You only enter project data on completed efforts. Here's what the current breakout looks like:
Here are a few examples of the data you'll get back from the site:
|Situation: You're Wondering If Transparency Helps... |
“Transparency has a huge value on moving these things forward,” - Jonathan Breul, executive director for IBM Center for the Business of Government
An article today in The Federal Times, entitled OMB: IT project management is improving describes a substantial improvement in government project performance.
"The management watch list highlights weak business cases for hundreds of government IT projects. The projects are considered at risk because of deficient acquisition strategies, poor data security measures or flawed design plans. Agencies are required by law to submit the business cases to OMB for approval in order to get funding for them.
The number of IT project business cases on the watch list fell to 183 as of March 31 from 346 last December. Because some business cases cover multiple IT projects, the number of IT projects that are deemed at risk is likely far higher than this number. The business cases on the list cover projects worth a combined $9.7 billion in fiscal 2008 investments.
Business cases are dropped from the list as agencies document to OMB that they are addressing weaknesses. OMB spokeswoman Andrea Wuebker said that to get cases off the list, agencies assigned full-time project managers, completed certification and accreditation procedures to assess data security risks and showed they had conducted quantitative analysis for the investment. "
Situation: You want to create some interesting discussion around your PPM efforts...
Here's an example of one such pyramid in action. Whirlpool distributes its resources by placing big bets on new businesses at the top of the pyramid, replacing products at the bottom and driving incremental change in between.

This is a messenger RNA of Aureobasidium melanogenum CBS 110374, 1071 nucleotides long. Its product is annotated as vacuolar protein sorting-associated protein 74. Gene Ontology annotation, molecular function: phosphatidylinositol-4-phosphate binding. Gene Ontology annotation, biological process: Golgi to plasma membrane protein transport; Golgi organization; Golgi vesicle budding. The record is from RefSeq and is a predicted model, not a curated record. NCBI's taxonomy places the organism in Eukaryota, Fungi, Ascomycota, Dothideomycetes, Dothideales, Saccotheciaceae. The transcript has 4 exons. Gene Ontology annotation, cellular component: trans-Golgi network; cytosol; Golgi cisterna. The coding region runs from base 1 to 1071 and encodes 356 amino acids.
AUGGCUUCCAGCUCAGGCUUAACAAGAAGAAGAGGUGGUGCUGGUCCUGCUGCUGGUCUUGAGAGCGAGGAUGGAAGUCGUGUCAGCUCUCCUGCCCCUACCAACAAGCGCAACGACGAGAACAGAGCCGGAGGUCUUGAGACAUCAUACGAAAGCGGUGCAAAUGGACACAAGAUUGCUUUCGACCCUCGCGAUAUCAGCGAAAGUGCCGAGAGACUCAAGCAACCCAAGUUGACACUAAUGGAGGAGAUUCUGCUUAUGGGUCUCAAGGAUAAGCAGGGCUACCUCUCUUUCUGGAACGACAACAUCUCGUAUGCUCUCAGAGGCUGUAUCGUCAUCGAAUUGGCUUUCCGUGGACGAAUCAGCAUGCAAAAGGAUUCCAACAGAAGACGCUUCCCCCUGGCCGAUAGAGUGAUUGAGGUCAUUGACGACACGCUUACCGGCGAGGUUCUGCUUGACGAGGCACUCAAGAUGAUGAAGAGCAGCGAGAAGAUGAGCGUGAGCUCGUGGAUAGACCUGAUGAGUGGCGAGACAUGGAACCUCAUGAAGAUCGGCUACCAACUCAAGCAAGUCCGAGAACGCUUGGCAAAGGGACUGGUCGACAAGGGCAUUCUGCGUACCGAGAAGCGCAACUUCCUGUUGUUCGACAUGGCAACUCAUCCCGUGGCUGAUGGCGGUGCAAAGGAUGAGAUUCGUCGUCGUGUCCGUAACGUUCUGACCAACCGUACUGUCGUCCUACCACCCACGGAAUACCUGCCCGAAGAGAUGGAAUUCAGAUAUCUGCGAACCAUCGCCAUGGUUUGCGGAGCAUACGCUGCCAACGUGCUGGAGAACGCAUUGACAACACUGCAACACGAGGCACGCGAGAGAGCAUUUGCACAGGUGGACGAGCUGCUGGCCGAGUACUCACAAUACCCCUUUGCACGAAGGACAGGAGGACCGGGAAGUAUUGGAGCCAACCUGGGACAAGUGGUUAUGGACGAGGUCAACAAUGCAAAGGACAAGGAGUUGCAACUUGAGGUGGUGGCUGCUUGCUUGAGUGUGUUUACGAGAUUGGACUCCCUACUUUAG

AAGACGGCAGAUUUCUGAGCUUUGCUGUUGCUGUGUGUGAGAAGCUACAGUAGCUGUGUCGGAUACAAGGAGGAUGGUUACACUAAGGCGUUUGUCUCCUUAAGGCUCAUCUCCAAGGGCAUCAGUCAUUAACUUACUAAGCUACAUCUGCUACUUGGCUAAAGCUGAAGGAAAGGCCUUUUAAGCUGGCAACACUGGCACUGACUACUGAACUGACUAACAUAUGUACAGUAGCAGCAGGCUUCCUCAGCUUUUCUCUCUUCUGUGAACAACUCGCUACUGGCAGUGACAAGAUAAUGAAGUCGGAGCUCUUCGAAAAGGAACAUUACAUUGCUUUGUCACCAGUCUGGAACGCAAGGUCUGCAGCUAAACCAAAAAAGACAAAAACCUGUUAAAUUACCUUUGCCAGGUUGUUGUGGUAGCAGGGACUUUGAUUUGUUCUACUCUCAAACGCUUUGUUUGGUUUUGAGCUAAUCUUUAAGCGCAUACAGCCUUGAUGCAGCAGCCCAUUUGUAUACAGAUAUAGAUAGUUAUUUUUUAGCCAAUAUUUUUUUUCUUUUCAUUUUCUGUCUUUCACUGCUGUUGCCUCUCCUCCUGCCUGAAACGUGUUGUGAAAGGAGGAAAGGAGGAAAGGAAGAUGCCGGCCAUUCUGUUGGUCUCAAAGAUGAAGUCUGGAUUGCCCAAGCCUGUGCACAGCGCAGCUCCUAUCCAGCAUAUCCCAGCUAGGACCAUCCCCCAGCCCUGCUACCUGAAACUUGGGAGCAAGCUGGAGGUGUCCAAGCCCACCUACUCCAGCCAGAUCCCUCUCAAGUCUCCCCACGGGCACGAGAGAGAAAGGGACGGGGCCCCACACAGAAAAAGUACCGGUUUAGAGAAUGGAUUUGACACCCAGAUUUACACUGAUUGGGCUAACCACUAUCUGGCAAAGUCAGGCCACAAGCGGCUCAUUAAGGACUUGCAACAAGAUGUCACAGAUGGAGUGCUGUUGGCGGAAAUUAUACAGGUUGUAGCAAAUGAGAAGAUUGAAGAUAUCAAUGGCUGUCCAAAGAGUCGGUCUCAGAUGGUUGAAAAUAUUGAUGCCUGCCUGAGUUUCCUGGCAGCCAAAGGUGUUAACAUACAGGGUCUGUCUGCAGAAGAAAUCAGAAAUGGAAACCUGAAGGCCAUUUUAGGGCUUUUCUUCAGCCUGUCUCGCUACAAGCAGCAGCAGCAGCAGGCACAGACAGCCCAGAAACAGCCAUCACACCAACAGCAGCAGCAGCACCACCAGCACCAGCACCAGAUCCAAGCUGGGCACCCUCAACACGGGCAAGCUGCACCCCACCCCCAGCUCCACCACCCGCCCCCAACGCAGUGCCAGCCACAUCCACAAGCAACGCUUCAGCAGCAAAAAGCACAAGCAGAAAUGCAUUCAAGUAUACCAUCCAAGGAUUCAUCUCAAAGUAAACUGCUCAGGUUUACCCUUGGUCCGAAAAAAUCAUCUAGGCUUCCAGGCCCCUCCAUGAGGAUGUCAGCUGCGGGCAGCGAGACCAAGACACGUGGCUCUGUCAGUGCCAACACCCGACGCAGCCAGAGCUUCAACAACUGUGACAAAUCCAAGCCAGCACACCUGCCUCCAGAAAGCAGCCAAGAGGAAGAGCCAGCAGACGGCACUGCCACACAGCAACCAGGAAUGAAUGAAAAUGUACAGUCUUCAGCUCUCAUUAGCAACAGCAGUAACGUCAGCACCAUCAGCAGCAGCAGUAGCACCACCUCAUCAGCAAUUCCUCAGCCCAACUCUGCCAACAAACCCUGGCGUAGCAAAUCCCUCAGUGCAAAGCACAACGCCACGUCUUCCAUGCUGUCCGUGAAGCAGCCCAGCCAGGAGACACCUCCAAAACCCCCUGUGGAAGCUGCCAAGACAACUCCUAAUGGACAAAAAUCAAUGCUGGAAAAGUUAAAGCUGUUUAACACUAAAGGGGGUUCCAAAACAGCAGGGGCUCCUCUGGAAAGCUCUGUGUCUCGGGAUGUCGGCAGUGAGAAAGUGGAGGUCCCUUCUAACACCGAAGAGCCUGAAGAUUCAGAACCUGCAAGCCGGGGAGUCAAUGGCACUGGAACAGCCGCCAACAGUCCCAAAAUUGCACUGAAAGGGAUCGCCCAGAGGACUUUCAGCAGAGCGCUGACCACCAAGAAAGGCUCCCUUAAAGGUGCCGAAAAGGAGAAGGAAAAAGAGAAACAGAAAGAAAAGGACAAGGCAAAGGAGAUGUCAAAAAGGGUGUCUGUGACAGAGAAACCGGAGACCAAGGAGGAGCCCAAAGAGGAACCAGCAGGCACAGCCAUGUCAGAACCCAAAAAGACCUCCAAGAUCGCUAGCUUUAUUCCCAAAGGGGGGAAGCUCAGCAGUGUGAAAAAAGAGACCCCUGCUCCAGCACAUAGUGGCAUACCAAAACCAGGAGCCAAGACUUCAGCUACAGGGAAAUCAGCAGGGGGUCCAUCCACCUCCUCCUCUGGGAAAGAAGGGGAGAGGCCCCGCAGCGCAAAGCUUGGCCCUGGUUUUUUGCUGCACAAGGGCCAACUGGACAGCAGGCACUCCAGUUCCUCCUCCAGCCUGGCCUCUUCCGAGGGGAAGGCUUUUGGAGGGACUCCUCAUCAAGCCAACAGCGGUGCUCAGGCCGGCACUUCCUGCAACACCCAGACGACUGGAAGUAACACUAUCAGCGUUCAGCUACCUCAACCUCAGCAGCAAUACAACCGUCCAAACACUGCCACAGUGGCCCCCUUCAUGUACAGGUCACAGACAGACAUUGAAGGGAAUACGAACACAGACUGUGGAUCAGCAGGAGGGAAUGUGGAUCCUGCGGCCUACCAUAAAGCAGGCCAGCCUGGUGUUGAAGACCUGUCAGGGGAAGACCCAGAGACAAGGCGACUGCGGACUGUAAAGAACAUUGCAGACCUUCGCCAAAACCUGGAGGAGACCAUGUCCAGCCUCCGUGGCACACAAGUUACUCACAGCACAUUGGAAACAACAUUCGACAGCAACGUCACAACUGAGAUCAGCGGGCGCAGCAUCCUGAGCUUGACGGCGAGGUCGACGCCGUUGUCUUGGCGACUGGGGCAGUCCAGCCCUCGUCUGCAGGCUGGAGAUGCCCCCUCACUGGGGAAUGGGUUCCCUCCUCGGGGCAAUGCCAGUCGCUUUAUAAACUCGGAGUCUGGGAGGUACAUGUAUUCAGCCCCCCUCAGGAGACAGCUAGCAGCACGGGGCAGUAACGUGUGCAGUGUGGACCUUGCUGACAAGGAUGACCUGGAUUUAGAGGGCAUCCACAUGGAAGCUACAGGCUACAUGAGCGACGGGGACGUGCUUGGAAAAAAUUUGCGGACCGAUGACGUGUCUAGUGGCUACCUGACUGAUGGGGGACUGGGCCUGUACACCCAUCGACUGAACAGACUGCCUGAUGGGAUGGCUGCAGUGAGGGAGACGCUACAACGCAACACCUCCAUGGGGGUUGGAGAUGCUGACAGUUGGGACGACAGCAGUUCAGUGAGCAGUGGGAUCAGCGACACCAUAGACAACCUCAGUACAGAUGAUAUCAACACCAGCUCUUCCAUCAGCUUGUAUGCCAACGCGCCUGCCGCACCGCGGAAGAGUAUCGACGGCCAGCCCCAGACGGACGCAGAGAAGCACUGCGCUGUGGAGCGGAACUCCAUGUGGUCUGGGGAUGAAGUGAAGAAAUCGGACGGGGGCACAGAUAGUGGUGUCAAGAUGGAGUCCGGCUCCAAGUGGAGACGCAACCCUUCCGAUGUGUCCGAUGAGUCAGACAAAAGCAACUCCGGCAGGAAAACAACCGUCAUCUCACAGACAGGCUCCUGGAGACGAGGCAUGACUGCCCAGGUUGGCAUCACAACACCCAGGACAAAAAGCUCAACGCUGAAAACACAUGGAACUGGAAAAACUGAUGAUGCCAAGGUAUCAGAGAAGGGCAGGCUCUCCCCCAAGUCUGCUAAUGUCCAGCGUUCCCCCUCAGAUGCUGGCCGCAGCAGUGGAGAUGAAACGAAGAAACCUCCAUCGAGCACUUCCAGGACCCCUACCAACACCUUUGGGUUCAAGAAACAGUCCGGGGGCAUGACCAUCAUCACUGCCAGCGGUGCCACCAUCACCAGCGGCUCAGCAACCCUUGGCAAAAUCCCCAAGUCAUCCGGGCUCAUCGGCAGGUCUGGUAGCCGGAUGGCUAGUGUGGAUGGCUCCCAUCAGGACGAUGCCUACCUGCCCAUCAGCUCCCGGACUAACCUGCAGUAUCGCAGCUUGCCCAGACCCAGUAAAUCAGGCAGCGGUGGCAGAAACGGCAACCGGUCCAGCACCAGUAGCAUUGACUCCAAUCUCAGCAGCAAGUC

|Situation: You've been making a lot of decisions on the fly lately...|
I read this cover story a couple of days ago on a plane - "Why We Worry About the Wrong Things, The Psychology of Risk." by Jeffrey Kluger. Even though it's really about the personal, sort of everyday risks that we all take, I thought it was particularly relevant to what we as Project Managers do for a living.
The author talks about the following reasons for our natural mis-perception of risks, saying:
- our pre-historic brains are pre-programmed to have fight or flight reactions to certain stimuli.(when we intuitively feel threatened, we react)
- we naturally are troubled more by the prospect of pain and suffering than even death. The closer in time we are to the unfortunate event, the more motivated we are to react.
- we fool ourselves into thinking we are less likely to suffer a bad outcome if we are in control (driving a car vs. being a passenger on a plane)
- we need to be particularly skeptical of statistics, as they can be rigged to say anything.
He concludes the piece by recommending we all make more reasoned, rather than intuitive choices.
I think he makes a good point. We need to be mindful of:
- how we react when we feel threatened.
- how we overreact when we feel like our reputation or career might suffer.
- how we sometimes take on tasks that would be better done by others, even though they might do things differently.
- decisions based purely on numbers.